Veil Piercing Claim Triable By Jury; Consumer Fraud Act Applies to Failed Gas Station Sale – IL 3rd Dist.

An Illinois appeals court recently affirmed a $700K money judgment for a gas station buyer in a fraud case against the seller.

The plaintiff gas station buyer in Benzakry v. Patel, 2017 IL App(3d) 160162 sued the seller when the station closed only a few months after the sale.

The plaintiff alleged he relied on the seller’s misrepresenting the financial health and trustworthiness of the station tenant which led the plaintiff to go forward with the station purchase.  Plaintiff sued for common law and statutory fraud and sought to pierce the corporate veil of the LLC seller.

Affirming judgment for the plaintiff, the Third District discusses, among other things, the piercing the corporate veil remedy, the required evidentiary foundation for business records, the reliance element of fraud and the scope of the consumer fraud statute.

Piercing the Corporate Veil: Triable By Bench or Jury?

The jury pierced the seller LLC’s corporate veil and imposed liability on the lone LLC member.

The Court addressed this issue of first impression on appeal: whether a piercing the corporate veil claim is one for the court or jury.  The Court noted a split in Federal authority on the point.  In FMC v. Murphree, 632 F.2d 413 (5th Cir. 1980), the 5th Circuit held that a jury could hear a piercing claim while the  7th Circuit reached the opposite result (only a court can try a piercing action) in IFSC v. Chromas Technologies, 356 F.3d 731 (7th Cir. 2004).

The Court declined to follow either case since they applied only Federal procedural law (they were diversity cases).  The Court instead looked to Illinois state substantive law for guidance.

Generally, there is no right to a jury trial in equitable claims and piercing the corporate veil is considered an equitable remedy.  However, Code Section 2-1111 vests a court with discretion to direct any issue(s) involved in an equitable proceeding to be tried by a jury.  The appeals court found that the trial court acted within its discretion in deciding that the piercing claim should be decided by a jury. (¶¶ 29-30)

Consumer fraud – Advertisement on Web = ‘Public Injury’

The Third District reversed the trial court’s directed verdict for the defendants on the plaintiff’s Consumer Fraud Act (CFA) count.  Consumer fraud predicated on deceptive practices requires the plaintiff to prove (1) a deceptive act or practice by a defendant, (2) defendant’s intent that the plaintiff rely on the deception, (3) the occurrence of the deception during a course of conduct involving trade or commerce, (4) actual damage to the plaintiff, and (5) damage proximately caused by the deception.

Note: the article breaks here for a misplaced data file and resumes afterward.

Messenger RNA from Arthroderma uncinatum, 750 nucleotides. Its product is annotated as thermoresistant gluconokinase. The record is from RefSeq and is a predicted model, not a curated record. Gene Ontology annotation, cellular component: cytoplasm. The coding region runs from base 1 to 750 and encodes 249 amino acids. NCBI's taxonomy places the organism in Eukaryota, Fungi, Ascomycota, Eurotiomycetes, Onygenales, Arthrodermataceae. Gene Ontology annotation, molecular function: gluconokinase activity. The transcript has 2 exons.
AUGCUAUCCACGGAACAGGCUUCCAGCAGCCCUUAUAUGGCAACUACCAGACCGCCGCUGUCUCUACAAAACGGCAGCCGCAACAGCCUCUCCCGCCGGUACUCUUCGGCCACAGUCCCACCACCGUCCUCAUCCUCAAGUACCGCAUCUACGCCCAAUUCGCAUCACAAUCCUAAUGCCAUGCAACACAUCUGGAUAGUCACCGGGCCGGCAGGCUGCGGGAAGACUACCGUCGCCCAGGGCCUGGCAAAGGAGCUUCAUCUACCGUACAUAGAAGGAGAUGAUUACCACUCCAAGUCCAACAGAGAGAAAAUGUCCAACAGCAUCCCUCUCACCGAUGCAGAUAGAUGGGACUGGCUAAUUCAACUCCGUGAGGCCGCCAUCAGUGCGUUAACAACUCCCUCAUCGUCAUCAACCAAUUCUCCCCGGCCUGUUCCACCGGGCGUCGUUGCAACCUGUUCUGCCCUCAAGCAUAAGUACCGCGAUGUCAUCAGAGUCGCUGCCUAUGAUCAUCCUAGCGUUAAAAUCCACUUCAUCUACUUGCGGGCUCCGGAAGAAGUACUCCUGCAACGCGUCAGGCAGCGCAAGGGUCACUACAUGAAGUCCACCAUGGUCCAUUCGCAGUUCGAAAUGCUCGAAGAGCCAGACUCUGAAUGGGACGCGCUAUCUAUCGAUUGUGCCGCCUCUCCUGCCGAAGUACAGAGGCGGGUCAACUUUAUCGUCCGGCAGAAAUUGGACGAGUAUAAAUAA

The trial court sided with the defendant on this count since the plaintiff didn’t prove that defendants conduct resulted in injury to the public generally.  CFA Section 10a (815 ILCS 505/10a) used to require a plaintiff to prove that a misrepresentation involved trade practice that addressed the market generally.  However, a 1990 amendment to the Act changed that.  The current version of the Act doesn’t require a plaintiff to show public injury except under limited circumstances.

Even so, the Court still held that the defendant’s misstating the gas station’s annual fuel and convenience store sales on a generally accessible website constituted a public injury under the CFA.

Going further, the Court construed the CFA broadly by pointing to the statutory inclusion of the works “trade” and “commerce.”  This evinced the legislative intent to expand the CFA’s scope.  Since defendant’s misrepresentations concerning the tenant were transmitted to the public via advertisements and to the plaintiff through e-mails, the Court viewed this as deceptive conduct involving trade or commerce under the CFA.  (¶¶ 81-82)

Computer-Generated Business Records: Document Retention vs. Creation

While it ultimately didn’t matter (the business records were cumulative evidence that didn’t impact the judgment amount), the Court found that bank statements offered into evidence did not meet the test for admissibility under Illinois evidence rules.

The proponent of computer-generated business records must show (1) the equipment that created a document is recognized as standard, and (2) the computer entries were made in the regular course of business at or reasonably near the happening of the event recorded.

Showing “mere retention” of a document isn’t enough: the offering party must produce evidence of a document’s creation to satisfy the business records admissibility standard.  Here, the plaintiff failed to offer foundational testimony concerning the creation of the seller’s bank statements and those statements shouldn’t have been admitted into evidence.

Take-aways: